A few weeks ago, I wrote about set photos from Francis Ford Coppola’s new film, Megalopolis, shooting now in Atlanta. In that post, I mentioned that Megalopolis is a passion project that Coppola is financing himself after everyone else passed…which is maybe a sign that things aren’t getting off to a good start. According to The Hollywood Reporter, Megalopolis is messy as hell, and halfway through the shoot, Coppola basically doesn’t have an art department after a series of firings and resignations, including production designer Beth Mickle and art director David Scott. Topping that, Coppola (allegedly) fired most of the visual effects team in early December.
Francis Ford Coppola is no stranger to nightmare productions. Apocalypse Now is famously one of the most disastrous film shoots in history, it went so wildly off the rails the documentary about the making of the film is arguably more entertaining than the film itself. His 1982 musical, One From the Heart, also had a dramatic production, including a fight with Gene Kelly, who was a dance consultant on the film (imagine thinking you know dance sequences better than Gene Kelly? Even for Coppola, that’s a lot), and Coppola ended up self-financing that film—which tanked—after ballooning production costs drove multiple studios and distributors away. And he famously fired the visual effects team on Bram Stoker’s Dracula, only to hire his son to do the practical effects. And you know what? That spot of nepotism worked out. Dracula looks amazing and it remains a popular case study for effects work.
Not every one of Coppola’s nightmare shoots turns into a good film. One From the Heart, for instance, is not good (except for the score, which was Oscar nominated, from Crystal Gayle and Tom Waits, which is excellent). The Cotton Club was another nightmare production, and though it has its defenders today, it, like Bram Stoker’s Dracula, is a divisive entry in Coppola’s canon. But sometimes he peers into the abyss and comes back with an Apocalypse Now or The Godfather. So I don’t think we can dismiss Megalopolis just because the production is a mess and people are being fired mid-go and Coppola once again sacked his VFX people. Maybe he’ll pull it off. We don’t know!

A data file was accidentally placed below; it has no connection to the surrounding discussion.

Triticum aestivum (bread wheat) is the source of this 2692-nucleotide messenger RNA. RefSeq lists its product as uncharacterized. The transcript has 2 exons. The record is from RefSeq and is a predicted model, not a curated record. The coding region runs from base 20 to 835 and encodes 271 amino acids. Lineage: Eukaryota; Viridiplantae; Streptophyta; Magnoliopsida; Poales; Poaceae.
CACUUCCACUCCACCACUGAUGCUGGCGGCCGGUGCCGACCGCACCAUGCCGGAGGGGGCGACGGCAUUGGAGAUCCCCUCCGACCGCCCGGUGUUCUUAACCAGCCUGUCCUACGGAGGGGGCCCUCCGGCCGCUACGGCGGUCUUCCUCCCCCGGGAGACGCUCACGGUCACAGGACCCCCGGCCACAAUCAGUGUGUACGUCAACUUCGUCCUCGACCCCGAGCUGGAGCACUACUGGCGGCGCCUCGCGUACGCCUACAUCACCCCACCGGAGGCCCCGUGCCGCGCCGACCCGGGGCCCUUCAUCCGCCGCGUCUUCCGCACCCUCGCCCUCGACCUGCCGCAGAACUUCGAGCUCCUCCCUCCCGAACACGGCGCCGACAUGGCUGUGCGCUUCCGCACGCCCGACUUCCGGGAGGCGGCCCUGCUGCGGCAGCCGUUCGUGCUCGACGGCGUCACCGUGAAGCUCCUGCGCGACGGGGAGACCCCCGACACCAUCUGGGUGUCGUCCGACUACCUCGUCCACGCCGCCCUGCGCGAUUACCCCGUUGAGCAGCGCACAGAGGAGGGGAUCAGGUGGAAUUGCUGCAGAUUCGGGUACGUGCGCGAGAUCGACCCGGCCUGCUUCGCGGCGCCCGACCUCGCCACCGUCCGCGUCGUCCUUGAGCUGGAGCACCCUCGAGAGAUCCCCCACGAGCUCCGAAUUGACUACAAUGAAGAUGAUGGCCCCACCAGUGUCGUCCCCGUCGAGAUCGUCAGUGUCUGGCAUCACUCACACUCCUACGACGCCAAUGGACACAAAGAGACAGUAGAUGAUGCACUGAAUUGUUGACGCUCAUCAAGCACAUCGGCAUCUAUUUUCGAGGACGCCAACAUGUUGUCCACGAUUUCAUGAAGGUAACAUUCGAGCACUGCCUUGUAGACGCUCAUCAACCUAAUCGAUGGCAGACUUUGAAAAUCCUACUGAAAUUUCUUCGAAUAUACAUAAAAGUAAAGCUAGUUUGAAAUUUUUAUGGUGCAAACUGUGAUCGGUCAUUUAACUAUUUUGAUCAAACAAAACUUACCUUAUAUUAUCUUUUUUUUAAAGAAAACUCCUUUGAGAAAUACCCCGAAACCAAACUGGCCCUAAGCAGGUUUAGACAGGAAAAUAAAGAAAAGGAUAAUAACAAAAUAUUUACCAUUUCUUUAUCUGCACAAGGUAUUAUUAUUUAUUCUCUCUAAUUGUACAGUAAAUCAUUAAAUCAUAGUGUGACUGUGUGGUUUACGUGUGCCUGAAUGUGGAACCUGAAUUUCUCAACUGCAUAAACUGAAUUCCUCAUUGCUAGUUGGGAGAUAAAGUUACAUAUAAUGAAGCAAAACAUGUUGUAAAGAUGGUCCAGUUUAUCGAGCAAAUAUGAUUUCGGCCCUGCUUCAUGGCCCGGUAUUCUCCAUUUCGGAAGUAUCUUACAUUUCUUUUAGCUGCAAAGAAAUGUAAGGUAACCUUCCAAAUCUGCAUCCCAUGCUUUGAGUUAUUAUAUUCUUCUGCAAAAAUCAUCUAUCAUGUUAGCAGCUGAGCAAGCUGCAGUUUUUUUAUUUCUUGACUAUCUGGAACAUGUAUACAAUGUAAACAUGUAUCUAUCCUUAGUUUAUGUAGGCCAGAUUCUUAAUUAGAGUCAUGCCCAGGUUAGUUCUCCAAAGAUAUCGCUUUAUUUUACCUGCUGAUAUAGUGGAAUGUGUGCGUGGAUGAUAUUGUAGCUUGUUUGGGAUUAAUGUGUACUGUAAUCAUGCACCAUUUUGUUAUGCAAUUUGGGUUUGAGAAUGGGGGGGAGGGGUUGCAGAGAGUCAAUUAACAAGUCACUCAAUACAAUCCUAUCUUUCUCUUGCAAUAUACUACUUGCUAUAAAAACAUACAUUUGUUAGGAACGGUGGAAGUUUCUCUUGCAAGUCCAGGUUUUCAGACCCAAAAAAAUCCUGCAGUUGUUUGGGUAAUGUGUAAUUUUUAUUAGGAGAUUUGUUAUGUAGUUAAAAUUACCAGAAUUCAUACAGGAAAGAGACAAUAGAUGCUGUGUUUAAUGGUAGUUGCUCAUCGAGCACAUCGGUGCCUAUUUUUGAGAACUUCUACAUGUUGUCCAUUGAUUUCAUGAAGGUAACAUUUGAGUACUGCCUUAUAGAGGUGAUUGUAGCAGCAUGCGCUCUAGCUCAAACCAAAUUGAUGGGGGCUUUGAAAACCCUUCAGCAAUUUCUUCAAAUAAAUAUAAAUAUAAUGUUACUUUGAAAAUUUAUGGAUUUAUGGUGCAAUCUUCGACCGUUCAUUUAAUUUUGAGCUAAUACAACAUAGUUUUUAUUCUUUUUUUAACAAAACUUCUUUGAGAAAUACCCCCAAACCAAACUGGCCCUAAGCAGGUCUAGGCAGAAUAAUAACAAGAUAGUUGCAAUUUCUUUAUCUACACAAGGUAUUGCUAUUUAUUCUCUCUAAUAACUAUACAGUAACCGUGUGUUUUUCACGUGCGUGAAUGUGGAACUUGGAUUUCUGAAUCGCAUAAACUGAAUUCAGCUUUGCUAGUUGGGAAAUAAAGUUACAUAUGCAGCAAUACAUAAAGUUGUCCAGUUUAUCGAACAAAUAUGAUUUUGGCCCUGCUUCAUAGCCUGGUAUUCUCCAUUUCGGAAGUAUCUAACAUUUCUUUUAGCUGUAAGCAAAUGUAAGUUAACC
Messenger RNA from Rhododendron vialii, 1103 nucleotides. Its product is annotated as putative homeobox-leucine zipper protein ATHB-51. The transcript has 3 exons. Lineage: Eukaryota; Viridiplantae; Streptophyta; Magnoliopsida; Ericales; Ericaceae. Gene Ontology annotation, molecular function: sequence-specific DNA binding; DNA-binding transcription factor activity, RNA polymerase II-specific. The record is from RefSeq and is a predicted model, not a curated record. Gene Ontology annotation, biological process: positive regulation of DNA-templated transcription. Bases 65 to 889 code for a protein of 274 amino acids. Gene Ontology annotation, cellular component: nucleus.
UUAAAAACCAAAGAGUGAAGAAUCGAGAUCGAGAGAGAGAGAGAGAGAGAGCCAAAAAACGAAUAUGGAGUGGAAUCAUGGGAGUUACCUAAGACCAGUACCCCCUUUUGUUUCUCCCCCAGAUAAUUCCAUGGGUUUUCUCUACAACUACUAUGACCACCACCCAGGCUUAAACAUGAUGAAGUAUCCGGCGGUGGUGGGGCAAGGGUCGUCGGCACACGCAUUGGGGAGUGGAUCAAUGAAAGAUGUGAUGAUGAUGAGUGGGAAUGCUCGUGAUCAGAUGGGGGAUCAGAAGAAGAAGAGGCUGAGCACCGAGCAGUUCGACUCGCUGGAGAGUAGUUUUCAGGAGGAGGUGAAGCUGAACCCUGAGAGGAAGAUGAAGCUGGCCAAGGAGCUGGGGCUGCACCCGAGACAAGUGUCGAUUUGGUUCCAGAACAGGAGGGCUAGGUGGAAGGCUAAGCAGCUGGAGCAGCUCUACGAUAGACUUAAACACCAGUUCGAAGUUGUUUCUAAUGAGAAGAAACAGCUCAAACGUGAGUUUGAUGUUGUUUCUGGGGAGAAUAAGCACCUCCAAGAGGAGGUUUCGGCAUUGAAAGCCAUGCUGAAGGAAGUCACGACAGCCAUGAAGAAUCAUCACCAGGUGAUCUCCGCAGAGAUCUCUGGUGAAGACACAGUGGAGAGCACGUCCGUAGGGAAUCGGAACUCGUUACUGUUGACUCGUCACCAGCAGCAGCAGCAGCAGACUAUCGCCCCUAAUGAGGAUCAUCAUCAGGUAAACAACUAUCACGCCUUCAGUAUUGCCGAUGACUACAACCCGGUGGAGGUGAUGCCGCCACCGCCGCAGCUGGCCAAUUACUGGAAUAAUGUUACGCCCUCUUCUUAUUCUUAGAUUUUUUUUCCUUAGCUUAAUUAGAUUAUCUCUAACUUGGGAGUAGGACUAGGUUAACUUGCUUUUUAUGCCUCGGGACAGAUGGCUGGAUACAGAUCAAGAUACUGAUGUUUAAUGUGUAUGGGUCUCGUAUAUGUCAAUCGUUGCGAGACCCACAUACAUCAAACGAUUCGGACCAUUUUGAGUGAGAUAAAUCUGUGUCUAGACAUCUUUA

What does stand out to me is the VFX thing. Not because Coppola fired everybody (again), but because of the point that he has never made a VFX-heavy film before, and it sounds like he is struggling on that front. He started out filming with the Volume system used by Lucasfilm to great effect in various Star Wars productions—and also by Our Flag Means Death for those endless ocean vistas—but he has reportedly abandoned it, in part due to cost. Green screen is cheaper, and Megalopolis’s budget is (allegedly) rising. Directors not knowing how to use visual effects is a red flag, in general. For instance, Tom Hooper didn’t really understand the abilities and limitations of VFX, and thus Cats is a screaming nightmare that haunts me to this day. There is a skill to directing a VFX-heavy film, and Coppola has never really developed it.
Which still might not be a death knell. He managed to make Dracula work, after all, at least visually (I maintain it is good, actually, but that is also not a hill I’m dying on). Maybe he can turn to matte painting and miniatures one more time and make something stunning with Megalopolis. Again, we don’t know. I’m less worried about all that than I am Coppola just getting cold feet and not finishing the film rather than blow all his money on it (he is reportedly funding Megalopolis with the money he made selling his wineries). I want to see this movie! I want to see what Francis Ford Coppola does with unfettered creative control and, apparently, no idea how to use modern VFX. I also want to see the making of Megalopolis! I really hope someone is filming every second of this. If nothing else, maybe we’ll get another Hearts of Darkness out of it.